Tagged Questions

Questions about the possessive, one of several constructions that describe ownership or association between two objects.

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-2
votes
2answers
283 views

Use of apostrophe in days?

Is it: As Lilly lay down tucked up in her bed, all the days events span round in her head. or As Lilly lay down tucked up in her bed, all the day’s events span round in her head.
1
vote
0answers
23 views

more usage of their and they with any way [duplicate]

Possible Duplicate: Is there a correct gender-neutral, singular pronoun (“his” versus “her” versus “their”)? I want to learn more usage of 'their' which is an possessive and in any way of ...
-2
votes
1answer
270 views

When an item belongs to Bob, is it Bob's item or Bobs item [closed]

Should I use: That is Bob's phone He is Bob's student Bob's car is red or: That is Bobs phone He is Bobs student Bob's car is red
0
votes
1answer
209 views

Plural possessive of category? [closed]

Example Sentence: The children of the category. What does category become in this format: The categor(ies|ies'|y's) children?
1
vote
3answers
5k views

Is “I am at the doctor's” a correct usage? [duplicate]

Possible Duplicate: Store names & possessive Is the following sentence a correct usage to tell someone that I'm in the clinic to see the doctor right now I'm at the doctor's
0
votes
3answers
338 views

Explaining the apostrophe in this quotation [closed]

Stumbled upon The Case For Mitt Romney: So far, under Obama, private sector job growth has vastly outpaced the public sector. And the big public unions, like the teachers', have been directly ...
3
votes
2answers
2k views

Is a possessive noun a contraction?

I was told not to use contractions in an essay. My classmate wrote "the argument of Emily" but I preferred "Emily's argument". He disagreed and claimed "Emily's" is a contraction.
2
votes
3answers
3k views

Possessive Form of a Proper Noun Ending in a Plural Noun Ending in “s”?

I don't think this has yet been covered in any of the other questions on similar topics. There was one other very similar question, however, it was not specifically talking about the case where the ...
-1
votes
2answers
401 views

“The dog's tail” vs. “the tail of the dog” [duplicate]

Possible Duplicate: Is using the possessive 's correct in “the car’s antenna”? When talking about animal body parts, which of the following is the right one (or could both be possible ...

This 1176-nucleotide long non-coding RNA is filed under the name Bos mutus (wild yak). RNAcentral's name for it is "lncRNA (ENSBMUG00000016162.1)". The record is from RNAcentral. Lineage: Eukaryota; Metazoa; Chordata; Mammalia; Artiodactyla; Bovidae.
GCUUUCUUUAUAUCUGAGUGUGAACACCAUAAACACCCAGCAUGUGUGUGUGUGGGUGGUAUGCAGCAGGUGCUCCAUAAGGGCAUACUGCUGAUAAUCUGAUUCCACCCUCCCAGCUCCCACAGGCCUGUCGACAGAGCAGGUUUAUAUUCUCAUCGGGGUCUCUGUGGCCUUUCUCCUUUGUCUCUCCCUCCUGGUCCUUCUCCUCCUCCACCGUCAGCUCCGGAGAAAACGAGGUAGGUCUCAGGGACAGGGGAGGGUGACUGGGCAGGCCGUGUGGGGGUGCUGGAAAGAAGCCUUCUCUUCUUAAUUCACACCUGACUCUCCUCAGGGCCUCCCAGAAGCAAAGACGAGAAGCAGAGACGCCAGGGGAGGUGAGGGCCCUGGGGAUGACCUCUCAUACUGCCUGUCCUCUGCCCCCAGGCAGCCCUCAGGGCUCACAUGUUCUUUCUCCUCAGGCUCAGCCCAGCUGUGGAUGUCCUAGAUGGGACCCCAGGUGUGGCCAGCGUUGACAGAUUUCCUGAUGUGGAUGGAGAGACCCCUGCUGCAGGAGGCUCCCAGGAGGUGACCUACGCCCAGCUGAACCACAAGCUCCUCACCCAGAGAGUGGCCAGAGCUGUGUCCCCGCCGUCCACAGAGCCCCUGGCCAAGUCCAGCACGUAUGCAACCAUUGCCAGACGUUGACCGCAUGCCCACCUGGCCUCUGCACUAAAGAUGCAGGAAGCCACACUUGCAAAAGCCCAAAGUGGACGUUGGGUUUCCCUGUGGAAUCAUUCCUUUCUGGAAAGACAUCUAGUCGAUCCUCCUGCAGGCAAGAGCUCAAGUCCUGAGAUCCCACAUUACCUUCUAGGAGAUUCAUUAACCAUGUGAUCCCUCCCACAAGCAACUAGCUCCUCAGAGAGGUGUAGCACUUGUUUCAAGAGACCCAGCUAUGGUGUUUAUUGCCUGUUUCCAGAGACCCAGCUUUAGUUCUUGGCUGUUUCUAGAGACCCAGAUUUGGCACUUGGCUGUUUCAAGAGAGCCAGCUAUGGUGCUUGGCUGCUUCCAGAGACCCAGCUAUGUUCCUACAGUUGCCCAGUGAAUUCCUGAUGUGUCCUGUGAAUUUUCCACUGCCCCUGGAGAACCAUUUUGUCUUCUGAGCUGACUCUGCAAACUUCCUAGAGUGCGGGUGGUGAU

0
votes
1answer
217 views

What will be the possessive form of the word “Tipsy” used as a noun? [closed]

The Microsoft Word grammar check shows "Tipsy's" to be wrongly formed. I thought "Tipsy'" would do the job and it was shown as correct. However, it occurred to me that Tipsy does not end in a 'z' or ...
6
votes
2answers
662 views

A noun adjunct / the possessive case

Sometimes it’s possible to use either a noun adjunct or the possessive case. the shop door the shop’s door However, in certain phrases it’s not OK to do so. the ship’s crew (the ship crew ...
0
votes
2answers
542 views

“Boys bicycle” vs. “boy's bicycle” [duplicate]

Possible Duplicate: User’s Guide vs Users’ Guide When describing, for example, a bicycle for boys as "a boys bicycle", should it be "boy's" or "boys"? The phrase is not implying ownership ...
-1
votes
1answer
3k views

Is “today's” grammatical as a singular possessive? [closed]

Is the following correct? Today's easy to use models can come in handy for a variety of purposes. Is today's correct as a singular possessive?
4
votes
3answers
2k views

Using apostrophes with plural and possession

We have something going to print today, but everyone in the office is arguing as to where to correctly place the apostrophe in the sentence (if at all!) The sentence is: Bring your event into the ...
1
vote
0answers
30 views

“Thank you for your coming” and “Thank you for your understanding” [duplicate]

Possible Duplicate: “Thank you for coming” and “Thank you for your coming” The first one seems ungrammatical, as pointed by some of native speakers. But the latter ...
0
votes
0answers
65 views

“Griwes’s” vs “Griwes’ ” for possessive of “Griwes” [duplicate]

Possible Duplicate: Which singular names ending in “s” form possessives with only a bare apostrophe? Today on IRC, I used form Griwes’ and I was instantaneously corrected that the ...
8
votes
3answers
316 views

“A similar hat to Jane” vs “A hat similar to Jane’s”